Our Odyssey is so much easier for kid duty than anything else I've ever driven, including one of our other cars, an Audi A6 avant (wagon in Audi speak). The sliding doors are a HUGE benefit for so many reasons. The increase cargo capacity makes a difference every time I go surfing or take my son to the park (which is just about every weekend).

    If you can get over the stigma (and I'm in the camp that couldn't care less what others think about what I drive or how I spend my money) that the minivan is the obvious choice.
  • legacygtlegacygt Member Posts: 599
    Before they developed the Lambda platform, for a few years GM was selling minivans that were slightly dressed up to look like SUVs. The Uplander, Relay, Terazza and Montana were awful cars. Mostly because they were based on the worst minivans in the class and the company spent about 15 minutes converting them to the faux-SUV bodystyle. But in some ways, these cars were what the modern 3 row CUV is becoming. Never thought I'd say it but the Uplander was ahead of its time.
  • kirkhilles1kirkhilles1 Member Posts: 863
    Don't misunderstand my comment. I'm not insulting the Odyssey (or other minivans) in ANY way. Its more of a styling/perception thing. My wife did NOT want a Minivan and as a guy, I didn't either. My point was that a modern SUV isn't like the original Truck-based SUVs and is more like a Minivan and should be treated as such. You wouldn't take your Minivan off roading.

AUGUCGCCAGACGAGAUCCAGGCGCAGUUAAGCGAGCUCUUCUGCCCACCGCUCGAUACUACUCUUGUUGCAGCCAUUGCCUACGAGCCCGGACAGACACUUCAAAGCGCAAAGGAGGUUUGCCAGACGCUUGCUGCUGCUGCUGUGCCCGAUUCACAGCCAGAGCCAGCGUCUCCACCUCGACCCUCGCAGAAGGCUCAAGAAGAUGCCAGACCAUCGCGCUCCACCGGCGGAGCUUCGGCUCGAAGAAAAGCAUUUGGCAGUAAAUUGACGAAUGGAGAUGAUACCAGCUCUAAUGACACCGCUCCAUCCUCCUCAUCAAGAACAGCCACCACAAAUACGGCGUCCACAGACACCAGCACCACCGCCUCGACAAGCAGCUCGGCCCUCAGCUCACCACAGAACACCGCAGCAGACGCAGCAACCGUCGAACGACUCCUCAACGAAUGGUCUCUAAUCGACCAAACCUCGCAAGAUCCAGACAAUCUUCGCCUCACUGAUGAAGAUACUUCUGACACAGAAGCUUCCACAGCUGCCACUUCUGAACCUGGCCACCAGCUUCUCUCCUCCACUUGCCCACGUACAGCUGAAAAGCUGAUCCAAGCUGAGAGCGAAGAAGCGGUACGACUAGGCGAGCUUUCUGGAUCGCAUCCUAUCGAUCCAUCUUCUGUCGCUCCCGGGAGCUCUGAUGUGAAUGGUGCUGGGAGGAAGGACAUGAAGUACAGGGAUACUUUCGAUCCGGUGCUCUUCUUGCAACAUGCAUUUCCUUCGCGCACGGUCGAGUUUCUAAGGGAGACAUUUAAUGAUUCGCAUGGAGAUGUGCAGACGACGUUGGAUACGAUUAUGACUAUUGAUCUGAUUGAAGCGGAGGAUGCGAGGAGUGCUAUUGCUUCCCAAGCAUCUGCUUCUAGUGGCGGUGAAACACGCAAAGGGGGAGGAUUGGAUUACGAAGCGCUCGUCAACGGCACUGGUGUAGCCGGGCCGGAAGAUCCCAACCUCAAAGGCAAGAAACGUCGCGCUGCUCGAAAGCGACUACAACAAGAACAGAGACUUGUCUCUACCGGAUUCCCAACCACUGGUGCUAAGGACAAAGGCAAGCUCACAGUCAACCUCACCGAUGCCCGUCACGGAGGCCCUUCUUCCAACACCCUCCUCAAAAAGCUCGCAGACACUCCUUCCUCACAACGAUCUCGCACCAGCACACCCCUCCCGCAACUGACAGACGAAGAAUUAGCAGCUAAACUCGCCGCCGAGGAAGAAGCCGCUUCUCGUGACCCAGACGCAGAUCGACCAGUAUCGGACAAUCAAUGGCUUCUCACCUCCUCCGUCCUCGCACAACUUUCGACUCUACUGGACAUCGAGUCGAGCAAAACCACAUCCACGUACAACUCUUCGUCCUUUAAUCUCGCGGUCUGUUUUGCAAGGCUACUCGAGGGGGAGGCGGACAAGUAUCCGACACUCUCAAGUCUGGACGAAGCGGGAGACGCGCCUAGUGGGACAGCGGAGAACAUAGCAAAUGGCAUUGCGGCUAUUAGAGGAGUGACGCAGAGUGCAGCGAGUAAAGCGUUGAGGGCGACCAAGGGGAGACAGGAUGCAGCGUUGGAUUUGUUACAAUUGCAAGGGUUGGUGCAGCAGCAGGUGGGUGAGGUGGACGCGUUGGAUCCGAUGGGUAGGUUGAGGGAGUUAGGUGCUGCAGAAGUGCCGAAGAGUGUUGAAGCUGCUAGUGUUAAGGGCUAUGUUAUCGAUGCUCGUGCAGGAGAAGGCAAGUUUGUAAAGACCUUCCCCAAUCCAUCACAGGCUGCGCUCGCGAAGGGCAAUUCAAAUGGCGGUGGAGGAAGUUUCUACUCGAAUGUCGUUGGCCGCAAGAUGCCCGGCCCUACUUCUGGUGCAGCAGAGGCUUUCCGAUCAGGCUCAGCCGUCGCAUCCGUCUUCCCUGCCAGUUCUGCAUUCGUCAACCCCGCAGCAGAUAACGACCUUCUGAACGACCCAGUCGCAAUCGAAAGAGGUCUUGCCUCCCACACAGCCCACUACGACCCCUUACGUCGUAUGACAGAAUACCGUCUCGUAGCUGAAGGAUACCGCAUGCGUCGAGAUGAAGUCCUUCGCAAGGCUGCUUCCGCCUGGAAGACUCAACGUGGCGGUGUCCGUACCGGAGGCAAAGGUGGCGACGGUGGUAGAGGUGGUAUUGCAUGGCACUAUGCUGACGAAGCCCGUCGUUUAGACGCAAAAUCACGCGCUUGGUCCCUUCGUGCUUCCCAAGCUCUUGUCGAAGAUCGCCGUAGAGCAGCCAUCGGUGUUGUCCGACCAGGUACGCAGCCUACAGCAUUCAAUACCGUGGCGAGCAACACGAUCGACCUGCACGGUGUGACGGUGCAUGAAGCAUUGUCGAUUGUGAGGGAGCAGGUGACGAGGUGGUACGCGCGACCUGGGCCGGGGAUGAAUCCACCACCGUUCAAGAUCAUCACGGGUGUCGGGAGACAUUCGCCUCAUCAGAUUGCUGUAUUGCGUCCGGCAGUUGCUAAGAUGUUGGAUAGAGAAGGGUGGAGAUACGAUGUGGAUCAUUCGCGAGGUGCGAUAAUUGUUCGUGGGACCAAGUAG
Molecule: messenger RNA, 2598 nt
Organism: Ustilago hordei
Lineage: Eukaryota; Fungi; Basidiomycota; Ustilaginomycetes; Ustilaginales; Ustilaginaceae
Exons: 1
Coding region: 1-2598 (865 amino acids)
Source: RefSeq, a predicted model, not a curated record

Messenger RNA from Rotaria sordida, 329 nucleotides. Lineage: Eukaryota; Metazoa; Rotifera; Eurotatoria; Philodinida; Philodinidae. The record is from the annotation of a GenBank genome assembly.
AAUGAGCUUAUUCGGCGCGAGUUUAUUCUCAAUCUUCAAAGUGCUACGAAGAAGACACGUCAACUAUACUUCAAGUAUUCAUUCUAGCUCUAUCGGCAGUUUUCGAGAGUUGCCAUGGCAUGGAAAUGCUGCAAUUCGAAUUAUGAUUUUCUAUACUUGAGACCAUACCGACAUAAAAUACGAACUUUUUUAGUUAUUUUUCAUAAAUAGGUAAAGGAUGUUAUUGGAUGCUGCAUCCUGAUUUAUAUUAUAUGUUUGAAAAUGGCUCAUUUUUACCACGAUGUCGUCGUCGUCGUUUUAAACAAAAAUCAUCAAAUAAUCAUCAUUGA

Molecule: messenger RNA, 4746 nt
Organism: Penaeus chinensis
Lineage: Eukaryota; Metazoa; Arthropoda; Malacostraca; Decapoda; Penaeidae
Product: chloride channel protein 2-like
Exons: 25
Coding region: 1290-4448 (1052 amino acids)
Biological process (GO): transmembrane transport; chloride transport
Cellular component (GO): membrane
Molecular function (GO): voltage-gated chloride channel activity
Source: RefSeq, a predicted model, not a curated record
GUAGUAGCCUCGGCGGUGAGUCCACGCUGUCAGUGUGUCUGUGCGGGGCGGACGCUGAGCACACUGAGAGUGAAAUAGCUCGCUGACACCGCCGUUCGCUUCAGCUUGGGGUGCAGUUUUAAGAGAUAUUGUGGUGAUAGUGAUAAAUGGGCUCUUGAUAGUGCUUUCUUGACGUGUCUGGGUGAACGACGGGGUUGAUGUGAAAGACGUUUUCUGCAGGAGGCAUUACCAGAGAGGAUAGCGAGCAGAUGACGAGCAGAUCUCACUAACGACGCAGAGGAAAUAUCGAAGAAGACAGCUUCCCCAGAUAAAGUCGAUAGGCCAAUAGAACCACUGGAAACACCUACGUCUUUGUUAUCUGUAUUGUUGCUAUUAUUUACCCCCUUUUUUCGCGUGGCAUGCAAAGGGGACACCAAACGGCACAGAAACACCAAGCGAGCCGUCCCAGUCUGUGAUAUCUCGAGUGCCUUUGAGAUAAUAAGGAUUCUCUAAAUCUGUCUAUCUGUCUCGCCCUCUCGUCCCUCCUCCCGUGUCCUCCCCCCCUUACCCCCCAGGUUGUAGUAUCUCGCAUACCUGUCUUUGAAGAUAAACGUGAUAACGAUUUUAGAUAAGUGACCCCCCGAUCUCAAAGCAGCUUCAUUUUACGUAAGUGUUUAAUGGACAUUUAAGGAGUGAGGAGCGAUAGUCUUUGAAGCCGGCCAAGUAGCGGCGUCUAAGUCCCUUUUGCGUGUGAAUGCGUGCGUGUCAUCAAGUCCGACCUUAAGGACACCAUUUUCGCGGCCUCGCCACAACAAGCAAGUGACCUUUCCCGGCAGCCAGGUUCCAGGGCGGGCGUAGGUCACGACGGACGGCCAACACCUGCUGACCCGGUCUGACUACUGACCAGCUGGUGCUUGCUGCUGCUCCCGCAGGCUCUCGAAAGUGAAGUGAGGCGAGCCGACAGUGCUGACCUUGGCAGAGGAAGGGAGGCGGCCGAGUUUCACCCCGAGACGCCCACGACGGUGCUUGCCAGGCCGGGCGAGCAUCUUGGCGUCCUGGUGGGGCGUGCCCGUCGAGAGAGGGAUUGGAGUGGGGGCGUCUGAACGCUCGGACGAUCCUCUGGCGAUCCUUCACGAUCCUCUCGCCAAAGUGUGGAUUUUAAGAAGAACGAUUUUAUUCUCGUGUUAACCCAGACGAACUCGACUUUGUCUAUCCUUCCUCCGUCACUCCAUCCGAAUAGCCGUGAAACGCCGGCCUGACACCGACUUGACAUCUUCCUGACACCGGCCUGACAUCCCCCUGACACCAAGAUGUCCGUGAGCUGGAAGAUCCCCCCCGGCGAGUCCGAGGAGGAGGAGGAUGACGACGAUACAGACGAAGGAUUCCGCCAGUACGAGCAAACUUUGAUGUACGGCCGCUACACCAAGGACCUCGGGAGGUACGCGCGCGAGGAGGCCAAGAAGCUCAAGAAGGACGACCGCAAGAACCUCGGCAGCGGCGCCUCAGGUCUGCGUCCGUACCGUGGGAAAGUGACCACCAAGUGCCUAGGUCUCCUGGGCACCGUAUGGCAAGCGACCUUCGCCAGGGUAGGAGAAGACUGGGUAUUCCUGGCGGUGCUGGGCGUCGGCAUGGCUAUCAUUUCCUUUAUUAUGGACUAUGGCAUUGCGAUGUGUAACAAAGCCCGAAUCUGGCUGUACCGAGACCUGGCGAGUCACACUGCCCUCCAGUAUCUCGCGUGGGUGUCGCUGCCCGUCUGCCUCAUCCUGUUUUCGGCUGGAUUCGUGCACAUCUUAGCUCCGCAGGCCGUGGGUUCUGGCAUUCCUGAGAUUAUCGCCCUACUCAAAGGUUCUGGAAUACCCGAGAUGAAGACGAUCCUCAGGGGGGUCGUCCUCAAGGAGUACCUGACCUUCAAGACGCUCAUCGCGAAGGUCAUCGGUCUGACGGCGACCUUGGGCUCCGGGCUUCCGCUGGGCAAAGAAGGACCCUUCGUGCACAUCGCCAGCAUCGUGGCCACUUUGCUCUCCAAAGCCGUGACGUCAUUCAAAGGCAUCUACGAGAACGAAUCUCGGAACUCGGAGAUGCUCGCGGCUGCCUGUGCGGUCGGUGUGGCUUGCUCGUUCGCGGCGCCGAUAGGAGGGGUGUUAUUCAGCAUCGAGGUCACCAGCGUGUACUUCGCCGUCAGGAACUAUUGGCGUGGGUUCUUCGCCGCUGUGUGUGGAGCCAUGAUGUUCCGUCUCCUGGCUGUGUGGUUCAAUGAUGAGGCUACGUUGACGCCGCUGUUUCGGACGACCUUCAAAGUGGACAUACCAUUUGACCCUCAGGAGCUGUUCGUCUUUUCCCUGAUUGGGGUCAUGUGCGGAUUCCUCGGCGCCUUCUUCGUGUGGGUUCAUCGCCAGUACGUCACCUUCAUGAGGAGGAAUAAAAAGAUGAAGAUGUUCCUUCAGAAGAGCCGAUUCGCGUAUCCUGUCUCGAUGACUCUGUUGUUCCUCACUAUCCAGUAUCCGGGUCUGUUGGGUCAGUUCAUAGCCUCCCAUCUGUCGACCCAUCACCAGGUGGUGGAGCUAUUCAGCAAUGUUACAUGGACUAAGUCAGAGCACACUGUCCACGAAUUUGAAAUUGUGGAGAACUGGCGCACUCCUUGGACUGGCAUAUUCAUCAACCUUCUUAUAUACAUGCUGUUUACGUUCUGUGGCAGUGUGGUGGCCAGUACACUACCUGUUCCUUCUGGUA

• mercedesfanmercedesfan Member Posts: 365
    My wife was the same way, but she is starting to change her mind. As a lawyer she has enough stress at work that getting frustrated by her car is growing tiresome. Plus, a good friend of hers recently got an Odyssey and after riding in it a bunch she realizes that minivans are basically just giant wagons anyway. Totally agree with you that crossovers are becoming minivans, though. It will be funny to see if the generation of kids being raised in crossovers eventually perceives them as uncool.
  • carguydarylcarguydaryl Member Posts: 27
    I'm actually surprised in our 2011 Pilot and its off-road ability. When you lock the VTM-4 system at low speeds it does very well (we have more all-terrain suited tires on ours). I've hung up the running boards a couple of times, but that's about it. Really the Pilot lacks the next step of a low range which exponentially increases what you can do off-road. With our previous 2006 Xterra off-road, I could get into and out of all kinds of trouble, but I've been pleasantly surprised with Pilot in that even though I can't go rock crawling and through real technical stuff, we have been able to keep up with all our family off-road adventures here in Northern Nevada/Tahoe with it just fine. I miss that Xterra and the freedom you had off-road, but once our family of 4 became 5, it didn't cut it anymore.